Also to practice the opening tremolo we might choose to miss out one or two of the notes of the 3 notes chord in the RH. And then add one at a time and see the effect adding notes has on your hand and question yourself how to control it. All difficult sections can be reduced to a single note, and that everyone can play. It is a matter of adding a little at time, in a smart way which reveals this natural way to play. It is different for everyone, so i couldnt say how to do it.
"The biggest risk in life is to take no risk at all."
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Offline Daniel_piano

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Re: Aware: hand injuries
Reply #8 on: January 26, 2005, 08:31:34 AM
No piece will ever arbitrarily lead to hand injuries, only playing it in the wrong way
Any piece despite its speed and complexity should be played without any disconfort or hard effort, it should always feel easy and natural under the hands and you should always look relaxed
Good way of playing make it possible for you to appear as relaxed as when playing an easy 1 grade piece even when playing the hardest and fastest piece out there
For example good way of "mastering" speed is when you feel like you're not rushing or moving in a hurry, the speed is there but all your movements are relaxed and look easy and natural

99% of all hand injuries are caused by four factors, none of which is related with the piece you're playing or practicing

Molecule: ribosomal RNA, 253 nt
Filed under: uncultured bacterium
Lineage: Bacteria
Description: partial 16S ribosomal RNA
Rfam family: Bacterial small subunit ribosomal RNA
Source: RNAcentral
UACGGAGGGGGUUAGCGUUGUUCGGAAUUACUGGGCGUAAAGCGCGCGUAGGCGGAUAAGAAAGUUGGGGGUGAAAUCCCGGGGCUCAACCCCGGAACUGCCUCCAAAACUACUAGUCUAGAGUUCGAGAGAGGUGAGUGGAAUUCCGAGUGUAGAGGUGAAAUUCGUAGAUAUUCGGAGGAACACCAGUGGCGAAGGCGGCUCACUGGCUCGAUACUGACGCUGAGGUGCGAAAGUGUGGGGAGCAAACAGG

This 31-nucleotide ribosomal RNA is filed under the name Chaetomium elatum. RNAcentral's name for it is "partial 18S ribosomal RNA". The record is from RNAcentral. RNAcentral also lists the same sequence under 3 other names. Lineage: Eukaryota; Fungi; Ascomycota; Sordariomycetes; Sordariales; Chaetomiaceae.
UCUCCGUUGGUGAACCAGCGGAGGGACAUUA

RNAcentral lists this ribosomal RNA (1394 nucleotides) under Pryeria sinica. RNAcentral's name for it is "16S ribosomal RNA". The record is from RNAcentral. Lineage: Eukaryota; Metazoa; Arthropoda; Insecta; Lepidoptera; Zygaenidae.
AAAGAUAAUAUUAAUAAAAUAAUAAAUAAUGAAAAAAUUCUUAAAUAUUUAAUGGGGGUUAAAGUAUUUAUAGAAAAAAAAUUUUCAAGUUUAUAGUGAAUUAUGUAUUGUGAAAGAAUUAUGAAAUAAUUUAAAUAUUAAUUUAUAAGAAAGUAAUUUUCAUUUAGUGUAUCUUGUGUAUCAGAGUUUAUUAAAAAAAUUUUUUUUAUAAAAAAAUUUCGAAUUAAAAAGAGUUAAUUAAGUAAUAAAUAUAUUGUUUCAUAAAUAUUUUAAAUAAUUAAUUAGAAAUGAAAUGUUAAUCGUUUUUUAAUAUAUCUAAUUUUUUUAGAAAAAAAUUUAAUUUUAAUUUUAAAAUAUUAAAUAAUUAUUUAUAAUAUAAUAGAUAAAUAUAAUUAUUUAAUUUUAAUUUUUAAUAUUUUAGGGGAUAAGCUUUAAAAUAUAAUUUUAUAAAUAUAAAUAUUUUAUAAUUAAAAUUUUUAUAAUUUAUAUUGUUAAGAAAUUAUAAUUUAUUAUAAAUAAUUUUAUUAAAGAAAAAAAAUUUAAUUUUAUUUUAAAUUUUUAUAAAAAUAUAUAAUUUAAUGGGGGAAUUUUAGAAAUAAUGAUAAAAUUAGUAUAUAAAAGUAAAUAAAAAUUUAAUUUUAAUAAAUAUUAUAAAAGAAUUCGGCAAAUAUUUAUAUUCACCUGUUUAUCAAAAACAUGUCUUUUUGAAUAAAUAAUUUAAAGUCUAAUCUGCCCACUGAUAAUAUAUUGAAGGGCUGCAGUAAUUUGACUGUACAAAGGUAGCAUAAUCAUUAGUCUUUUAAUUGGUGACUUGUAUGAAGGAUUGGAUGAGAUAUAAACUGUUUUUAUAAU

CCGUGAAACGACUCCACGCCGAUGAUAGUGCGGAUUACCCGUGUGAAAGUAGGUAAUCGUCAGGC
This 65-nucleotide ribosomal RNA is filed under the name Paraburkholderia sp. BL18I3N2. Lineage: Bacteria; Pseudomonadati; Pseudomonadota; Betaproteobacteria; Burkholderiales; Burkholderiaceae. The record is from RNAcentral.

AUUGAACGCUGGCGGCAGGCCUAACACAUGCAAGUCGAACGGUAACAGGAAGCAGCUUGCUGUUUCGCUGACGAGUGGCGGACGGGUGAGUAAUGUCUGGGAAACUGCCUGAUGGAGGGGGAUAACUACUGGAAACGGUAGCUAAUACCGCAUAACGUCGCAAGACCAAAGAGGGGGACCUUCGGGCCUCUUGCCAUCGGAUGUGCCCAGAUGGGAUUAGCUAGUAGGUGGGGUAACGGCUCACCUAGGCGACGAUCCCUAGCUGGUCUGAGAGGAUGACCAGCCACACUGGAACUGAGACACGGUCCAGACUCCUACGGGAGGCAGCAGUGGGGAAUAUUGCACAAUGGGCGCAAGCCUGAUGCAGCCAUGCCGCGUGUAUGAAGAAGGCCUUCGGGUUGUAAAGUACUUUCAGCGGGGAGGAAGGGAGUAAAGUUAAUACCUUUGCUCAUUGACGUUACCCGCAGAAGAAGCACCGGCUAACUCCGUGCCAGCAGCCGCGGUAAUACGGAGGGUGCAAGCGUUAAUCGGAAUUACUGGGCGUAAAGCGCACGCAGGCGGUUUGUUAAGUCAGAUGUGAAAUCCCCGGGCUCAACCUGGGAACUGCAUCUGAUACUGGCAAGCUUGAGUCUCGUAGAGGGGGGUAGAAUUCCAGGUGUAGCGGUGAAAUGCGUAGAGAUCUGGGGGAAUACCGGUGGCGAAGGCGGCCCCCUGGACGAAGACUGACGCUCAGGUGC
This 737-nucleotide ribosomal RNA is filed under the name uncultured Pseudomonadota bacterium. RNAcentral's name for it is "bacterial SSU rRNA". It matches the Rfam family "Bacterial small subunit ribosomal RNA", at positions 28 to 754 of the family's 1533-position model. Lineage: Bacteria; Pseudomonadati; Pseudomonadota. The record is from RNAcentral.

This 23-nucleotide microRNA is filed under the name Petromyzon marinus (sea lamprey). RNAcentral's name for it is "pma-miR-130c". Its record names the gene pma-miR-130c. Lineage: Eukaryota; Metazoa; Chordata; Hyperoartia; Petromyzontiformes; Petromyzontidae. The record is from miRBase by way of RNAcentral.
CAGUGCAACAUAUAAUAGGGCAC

1) the first cause is Dual Muscular Pull
This happens when two set of muscles doing different tasks and moving in different directions are both contracted
Free movements ca be achieved only when only a set of muscle if contracted
To move freely we must learn to relax the set of muscles who is not being used when another one is being contracted

2) Proper positions
When moving throught the length of the keyboard or changing playing position, wrist and arm alignment must be kept
To do this we must learn how to reposition the hand each time so that it is in good form
Only 2% of the time out of 98 you must give up good form, all the other times keeping good form and proper alignment is more important than keeping a strict legato
Two problems results from bad form and position: twisting and high wrist
Twisting is what we do to compensate for the short lenght of the thumb so when we have to position the thumb on a key we twist at the wrist and align the arm with the thumb (ulnar abduction)
High wrist happens when you walk more than necessary when playing
We should learn instead of to keep the elbow aligned with forearm in a neutral position at the sides of the body (but not locked)